Maintaining connections

There are plenty of issues that cause network headaches, but never assume your electrical subcontractor is familiar with routing and terminating network connector cables, even if they do it all the time.

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Fiber Methods

A fiberoptic installation normally requires field terminations. Here are some tips your installer should know:

  • See if an anaerobic connector system will work for your application. If so, you can skip the curing oven and eliminate one more source of error.
  • Understand that “feel” is important when inserting the fiber into the connector. You can develop feel by setting up a practice station and doing several test runs on spare cable and connectors, and evaluating the results. This also is true for the polishing.
  • Set aside the notion that “if a little is good, then more is better” when using the epoxy. Too much is just as bad as not enough. Follow specifications precisely.
  • Use a microscope to inspect the polished connector. The flaws you don’t catch with the unaided eye will degrade the system.
  • Use a fiberoptic test set. Don’t rely on visual inspection alone, which can evaluate only the surface finish of the fiber. Other defects such as micro-bending or fiber breaks inside the connector need correction, too.
  • Obviously, dirt interferes with fiber signal transmission. But so can ordinary condensation, chemical cleaners, and solvents. When planning your fiberoptic system, ask connector providers about protection methods. Note that some methods make it difficult to undo a connection. Look for an industrial-grade optical connector with an IP67-rated seal.

Connector Styles

These are the more common connector styles used in networks:

  • Mini connectors have a 0.875-in (about 23 mm) barrel and 16 threads per inch. They have two to seven pins. Best application: Where space is at a premium and cables are thin.
  • Micro connectors are smaller than mini connectors, and follow European standards: They have a 14-mm (0.55 in) barrel and use M12 threads. Typically, they have two to six pins, but an M12 connector might have up to 12 pins. Best application: Where the equipment being connected adheres to metric standards rather than SAE. Also useful for two-pair Ethernet.
  • DB connectors come in a variety of sizes. Most common are DB-9, DB-15, DB-19, DB-25, DB-37, and DB-50. The number after the DB indicates the number of active lines the connector has, and not the number of pins. Network applications typically use a nine-pin DB-9 connector. Most computer monitors have a DB-9 connector. Best application: Serial connections. They’re commonly used for “snap-on” connectors, rather than plug-in or threaded.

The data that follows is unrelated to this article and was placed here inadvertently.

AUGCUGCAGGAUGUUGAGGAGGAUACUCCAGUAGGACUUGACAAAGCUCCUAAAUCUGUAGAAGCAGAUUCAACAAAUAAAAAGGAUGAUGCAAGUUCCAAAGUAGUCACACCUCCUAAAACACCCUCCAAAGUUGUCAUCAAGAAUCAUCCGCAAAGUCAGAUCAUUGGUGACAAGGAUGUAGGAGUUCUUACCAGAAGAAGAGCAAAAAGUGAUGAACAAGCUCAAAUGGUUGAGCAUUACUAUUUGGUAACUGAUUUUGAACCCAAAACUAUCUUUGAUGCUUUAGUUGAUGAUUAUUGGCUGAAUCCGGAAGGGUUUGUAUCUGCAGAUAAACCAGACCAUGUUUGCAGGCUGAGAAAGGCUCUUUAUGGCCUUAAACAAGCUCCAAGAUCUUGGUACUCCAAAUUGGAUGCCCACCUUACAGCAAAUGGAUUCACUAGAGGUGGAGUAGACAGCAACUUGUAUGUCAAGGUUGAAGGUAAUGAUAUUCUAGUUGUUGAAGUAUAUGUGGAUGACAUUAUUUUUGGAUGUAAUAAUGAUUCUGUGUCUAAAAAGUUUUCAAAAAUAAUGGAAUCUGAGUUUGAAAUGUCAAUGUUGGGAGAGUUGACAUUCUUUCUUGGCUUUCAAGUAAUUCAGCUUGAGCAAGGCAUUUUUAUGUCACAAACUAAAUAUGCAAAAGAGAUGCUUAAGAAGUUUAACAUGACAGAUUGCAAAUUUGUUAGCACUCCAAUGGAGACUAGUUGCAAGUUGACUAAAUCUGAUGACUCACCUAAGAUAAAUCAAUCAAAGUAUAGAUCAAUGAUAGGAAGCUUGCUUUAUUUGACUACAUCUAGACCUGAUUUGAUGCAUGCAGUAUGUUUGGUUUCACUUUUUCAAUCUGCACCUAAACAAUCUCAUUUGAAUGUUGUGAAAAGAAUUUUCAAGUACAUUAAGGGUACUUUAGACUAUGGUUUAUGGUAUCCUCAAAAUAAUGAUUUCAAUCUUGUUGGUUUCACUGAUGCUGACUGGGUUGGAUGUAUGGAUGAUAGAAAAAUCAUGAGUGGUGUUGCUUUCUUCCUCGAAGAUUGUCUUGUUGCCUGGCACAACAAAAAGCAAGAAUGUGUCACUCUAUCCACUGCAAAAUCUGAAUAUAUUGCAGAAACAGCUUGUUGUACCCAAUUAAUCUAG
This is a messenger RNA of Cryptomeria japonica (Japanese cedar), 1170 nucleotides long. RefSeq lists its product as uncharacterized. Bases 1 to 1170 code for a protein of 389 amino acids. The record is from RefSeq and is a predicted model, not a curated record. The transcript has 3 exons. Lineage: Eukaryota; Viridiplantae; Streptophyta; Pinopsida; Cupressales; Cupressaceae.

• IP67 RJ45 connectors are an industrialized version of the ubiquitous RJ45 connector, the most common Ethernet connector. Two problems with RJ45 are the small contact size and the weak clips—neither of which were originally intended for industrial use. Best application: Where standardizing factory floor Ethernet with the office Ethernet is desirable and failure is tolerable.
  • Narrow-tongue compression lugs provide high-quality, safe, reliable terminations, if you have the correct die for a given connector. Best application: Accommodating limited-space applications where you want lug-style connections.
  • Pluggable connectors for I/O modules simplify installation, speed up maintenance, and reduce wiring errors. Common features include built-in test points, tool-free operation, integrated coding, and industrial-grade (vibration-resistant or vibration-proof, thermal cycling resistant, and corrosion-resistant) secure mechanical connection. Best application: Reduce construction time via pre-manufactured wiring harnesses (in house or outsourced), or to simplify replacement of I/O modules.

Custom cable/connector assemblies (made at the factory or by a specialty shop) allow elimination of tedious connector assembly in the field, where it’s tougher to get right. This can result in serious cost-savings up-front, plus increased reliability for the life of the installation. Consider this for projects that you can plan in sufficient detail to know the needed cable lengths and which connectors to use with each one.

Custom connectors with modular inserts can solve oddball problems. Depending on the scope of your project, you might find it cost-effective to “mix and match” the housing of one connector with the guts of another rather than doing a major redesign.

  About the Author
Mark LamendolaMark Lamendola is a frequent contributor to Control Design and Industrial Networking, with many years of experience working on and writing about industrial automation issues. You can reach Mark at

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